I’m going to connect that application with something I stressed last week: that motion has a symmetrical component. It’s perfectly valid to think of the world moving past the train as it is to think of the train moving through the world.
It happens that here our dueling points of view are resolved by something else I discussed last week. See if you spot it before I mention it.
3D holograms! Me want!!
Last time I introduced you to the idea of a time-space diagram, which is a kind of map used to describe motion. As with many maps and diagrams, we choose to use a flat, two-dimensional representation. Someday hologram technology may advance to casual use of three-dimensional images, but so long as we use paper and display screens, we’re stuck with two.
Motion is movement in both space and time, so we want to use one of our two dimensions to represent time. That leaves us with only one remaining dimension for space, so our diagrams exist in a reduced one-dimensional world.
Today I’ll explore that world in more detail.
Last week I introduced you to the idea of relative motion between frames of reference. We’ve explored this form of relativity scientifically since Galileo, and it bears his name: Galilean Relativity (or Invariance). Moving objects within a (relatively) moving frame move differently according to those outside that frame.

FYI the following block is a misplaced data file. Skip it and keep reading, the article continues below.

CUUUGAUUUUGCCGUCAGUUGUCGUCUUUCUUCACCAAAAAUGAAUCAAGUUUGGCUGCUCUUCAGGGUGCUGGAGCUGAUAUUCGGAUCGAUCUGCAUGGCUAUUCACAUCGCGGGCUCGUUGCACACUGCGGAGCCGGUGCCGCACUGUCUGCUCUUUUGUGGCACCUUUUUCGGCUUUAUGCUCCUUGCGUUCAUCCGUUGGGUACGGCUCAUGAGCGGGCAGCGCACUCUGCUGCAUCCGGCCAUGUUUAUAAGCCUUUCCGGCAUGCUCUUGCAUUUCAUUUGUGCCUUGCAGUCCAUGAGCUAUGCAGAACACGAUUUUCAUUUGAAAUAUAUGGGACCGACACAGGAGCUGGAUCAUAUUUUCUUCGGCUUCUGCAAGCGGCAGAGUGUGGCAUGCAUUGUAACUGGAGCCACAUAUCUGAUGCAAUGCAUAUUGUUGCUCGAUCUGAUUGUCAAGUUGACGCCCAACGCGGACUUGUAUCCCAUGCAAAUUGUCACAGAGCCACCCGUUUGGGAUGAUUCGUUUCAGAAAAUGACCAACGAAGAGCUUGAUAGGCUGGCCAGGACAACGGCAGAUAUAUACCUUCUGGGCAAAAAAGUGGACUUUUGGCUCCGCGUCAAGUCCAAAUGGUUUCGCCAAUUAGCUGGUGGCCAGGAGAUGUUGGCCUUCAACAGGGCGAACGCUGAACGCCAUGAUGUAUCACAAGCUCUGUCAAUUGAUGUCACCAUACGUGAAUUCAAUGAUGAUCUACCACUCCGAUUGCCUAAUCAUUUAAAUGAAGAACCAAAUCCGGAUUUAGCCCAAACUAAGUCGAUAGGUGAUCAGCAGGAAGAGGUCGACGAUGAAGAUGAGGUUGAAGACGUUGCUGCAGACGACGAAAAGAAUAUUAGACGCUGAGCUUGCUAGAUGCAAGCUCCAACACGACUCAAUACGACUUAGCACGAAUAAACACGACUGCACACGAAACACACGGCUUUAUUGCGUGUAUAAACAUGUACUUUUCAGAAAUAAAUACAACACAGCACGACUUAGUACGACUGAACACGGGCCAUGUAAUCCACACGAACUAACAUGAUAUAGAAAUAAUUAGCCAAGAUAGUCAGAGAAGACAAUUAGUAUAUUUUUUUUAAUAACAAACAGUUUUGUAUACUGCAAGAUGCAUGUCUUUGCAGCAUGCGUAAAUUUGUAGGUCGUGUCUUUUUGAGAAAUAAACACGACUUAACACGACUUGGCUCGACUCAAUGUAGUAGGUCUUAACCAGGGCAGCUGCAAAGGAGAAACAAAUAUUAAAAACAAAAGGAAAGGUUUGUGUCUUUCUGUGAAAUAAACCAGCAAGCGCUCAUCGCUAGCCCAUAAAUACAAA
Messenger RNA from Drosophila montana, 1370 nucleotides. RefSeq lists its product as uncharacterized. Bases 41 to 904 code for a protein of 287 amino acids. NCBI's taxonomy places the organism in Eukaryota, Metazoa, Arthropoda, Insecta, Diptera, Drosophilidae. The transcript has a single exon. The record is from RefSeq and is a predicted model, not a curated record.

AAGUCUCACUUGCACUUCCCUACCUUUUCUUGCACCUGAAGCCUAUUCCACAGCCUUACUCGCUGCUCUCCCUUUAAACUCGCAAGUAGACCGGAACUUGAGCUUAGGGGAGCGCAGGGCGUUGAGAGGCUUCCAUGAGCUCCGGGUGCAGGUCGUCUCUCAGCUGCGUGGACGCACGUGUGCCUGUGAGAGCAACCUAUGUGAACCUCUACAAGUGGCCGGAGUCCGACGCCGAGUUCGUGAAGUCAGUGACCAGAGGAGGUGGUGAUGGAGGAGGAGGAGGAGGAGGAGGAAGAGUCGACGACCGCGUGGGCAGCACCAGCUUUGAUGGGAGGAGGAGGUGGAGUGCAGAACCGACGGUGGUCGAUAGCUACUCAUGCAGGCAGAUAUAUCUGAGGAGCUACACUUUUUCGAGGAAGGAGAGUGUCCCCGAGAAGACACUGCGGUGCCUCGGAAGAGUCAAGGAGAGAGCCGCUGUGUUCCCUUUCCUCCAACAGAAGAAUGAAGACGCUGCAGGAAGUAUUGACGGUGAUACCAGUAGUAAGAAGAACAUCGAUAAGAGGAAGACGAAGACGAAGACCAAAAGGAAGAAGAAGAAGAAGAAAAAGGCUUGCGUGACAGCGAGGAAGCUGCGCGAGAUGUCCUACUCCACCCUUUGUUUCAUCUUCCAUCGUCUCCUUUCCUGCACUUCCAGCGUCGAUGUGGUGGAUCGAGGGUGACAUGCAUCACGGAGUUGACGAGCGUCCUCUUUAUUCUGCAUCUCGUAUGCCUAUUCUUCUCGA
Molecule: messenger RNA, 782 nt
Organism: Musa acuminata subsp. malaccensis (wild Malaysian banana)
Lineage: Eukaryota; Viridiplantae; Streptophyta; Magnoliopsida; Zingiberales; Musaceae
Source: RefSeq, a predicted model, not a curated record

I also introduced you to the idea that light doesn’t follow that rule; that light moves the same way to all observers. This is what makes Special Relativity different. It turns out that, if a frame is (relatively) moving fast enough, some bizarre things happen.
Time-space diagrams will help us explore that.
“Space is big. Really big.”
When I started blogging here, one of the first bloggers I followed was Robin, of Witless Dating After Fifty. Over the years, she’s several times mentioned a great question her dad often posed when discussing religion with someone: “How big is your god?”
Last week my buddy and I were having our weekly beer- and gab-fest and our (typically very meandering) conversation came to touch on the problems with young Earth creationism — the Christian fundamentalist idea that the universe is only thousands of years old.
In fact, there’s a pair of real whopper problems involved!
Science fiction authors Larry Niven and Jerry Pournelle collaborated on about a dozen SF novels, at least one of which is highly regarded as a classic in the genre (and an oft-named favorite). Ironically, that one — The Mote in God’s Eye — was the very first book the two of them wrote together.
Rereading it is a task I have queued for this summer (along with the sequel they wrote almost 20 years later: The Gripping Hand). But this past week or so my relaxation reading took me back to their second and third collaborations, the latter of which I just now finished.
Being that it’s Sci-Fi Saturday I thought I’d share those two with you (along with an entirely different series by an entirely different author).